PARIS – A draft summary of the European Commission’s space policy raises the issue of retooling Europe’s Galileo navigation and Copernicus Earth observation programs to make them more attractive to Europe’s military forces and whether Europe’s spaceport in South America should receive commission financing.
The six-page summary, dated July and now being presented to European Union (EU) member states and to European industry, raises the issue of Europe’s continued dependence on the United States for an average of 60 percent of the payload electronics on board European satellites.
DG GROW, the European Commission directorate-general responsible for most EU space programs, cautioned that the six-page draft is nowhere near final and is intended mainly to structure the discussion of the policy. The final policy is scheduled to be published by November.
Any EU space policy with real teeth is likely to meet resistance in some European capitals, and perhaps at the 22-nation European Space Agency (ESA) as well. Several EU nations, notably Germany, have made clear they do not want the EU to usurp power and responsibility from ESA.
The reasoning is that ESA guarantees that member states’ investment will return in the form of contracts to each government’s national industry. The EU has no such policy and tries to award contracts on value-for-money bases only.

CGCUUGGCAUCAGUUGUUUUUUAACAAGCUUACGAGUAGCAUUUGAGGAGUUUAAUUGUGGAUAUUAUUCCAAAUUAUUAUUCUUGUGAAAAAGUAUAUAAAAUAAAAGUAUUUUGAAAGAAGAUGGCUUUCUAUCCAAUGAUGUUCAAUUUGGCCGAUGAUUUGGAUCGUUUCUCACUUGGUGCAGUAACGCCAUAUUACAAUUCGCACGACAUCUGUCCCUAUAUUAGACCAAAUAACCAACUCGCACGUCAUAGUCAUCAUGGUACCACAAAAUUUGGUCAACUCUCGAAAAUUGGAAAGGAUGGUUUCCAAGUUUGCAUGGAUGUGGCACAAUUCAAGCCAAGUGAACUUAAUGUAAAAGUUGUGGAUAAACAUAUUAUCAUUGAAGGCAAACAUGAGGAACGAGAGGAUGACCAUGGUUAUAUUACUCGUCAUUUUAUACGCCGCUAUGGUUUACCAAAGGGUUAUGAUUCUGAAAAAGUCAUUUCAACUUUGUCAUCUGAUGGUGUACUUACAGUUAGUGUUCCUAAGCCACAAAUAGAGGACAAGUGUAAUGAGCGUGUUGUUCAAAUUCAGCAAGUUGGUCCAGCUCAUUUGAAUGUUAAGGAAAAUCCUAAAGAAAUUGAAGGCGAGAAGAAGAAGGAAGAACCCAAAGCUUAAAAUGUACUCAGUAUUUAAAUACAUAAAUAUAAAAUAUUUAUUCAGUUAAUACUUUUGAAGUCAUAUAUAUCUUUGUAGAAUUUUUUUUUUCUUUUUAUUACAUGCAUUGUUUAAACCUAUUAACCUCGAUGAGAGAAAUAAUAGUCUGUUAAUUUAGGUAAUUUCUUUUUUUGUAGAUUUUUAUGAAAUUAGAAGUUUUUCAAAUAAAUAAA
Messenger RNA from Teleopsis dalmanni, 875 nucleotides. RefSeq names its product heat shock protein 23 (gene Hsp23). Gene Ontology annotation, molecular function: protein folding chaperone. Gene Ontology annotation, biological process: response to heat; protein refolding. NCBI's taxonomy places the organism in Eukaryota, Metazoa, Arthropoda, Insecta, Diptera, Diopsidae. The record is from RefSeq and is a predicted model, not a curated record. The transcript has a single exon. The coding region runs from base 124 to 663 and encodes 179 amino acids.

For now, the EU is the owner of the Galileo and Copernicus systems. How far its member states will let to expand into other areas – military satcom, military-grade Earth observation and space surveillance – remains to be seen.
Here are several of the document’s policy suggestions and their background:
Pushing for more military use of space assets
— “[I]ncreased synergies between civilian and security activities could reduce costs and improve efficiency,” the commission document says.
The document specifically mentions the Galileo positioning, navigation and timing network, now being assembled, whose resolutely nonmilitary label tends to obscure the fact that the system includes a secure signal designed for civil security and military use. Among other advantages, Galileo’s reputation as civil only has allowed European defense ministries to avoid paying a share of the system’s costs.
Europe’s Copernicus Earth observation system is likewise civil/commercial in nature and has steered clear of high-resolution satellite systems. These are left to individual governments in Europe to develop, notably France, Italy, Germany and Spain. But EU officials have said a high-resolution capacity alongside the current Copernicus could further European collaboration in an area that has resisted multilateral efforts in the past.
Joint military satellite telecommunications efforts have similarly been scuttled, with the notable exception of a Franco-Italian program, as nations have been unable to agree on common development schedules and cost division.
An industry consortium is under contract to the European Defense Agency to propose a development model designed to build a Govsatcom system that would be owned by the EU. The consortium, which includes Airbus Defence and Space, Euroconsult, CGI, Hisdesat, SpaceTec Partners and Italy’s International Affairs Institute, is scheduled to produce its findings by the end of this year.
It is unclear whether Britain’s planned exit from the EU would help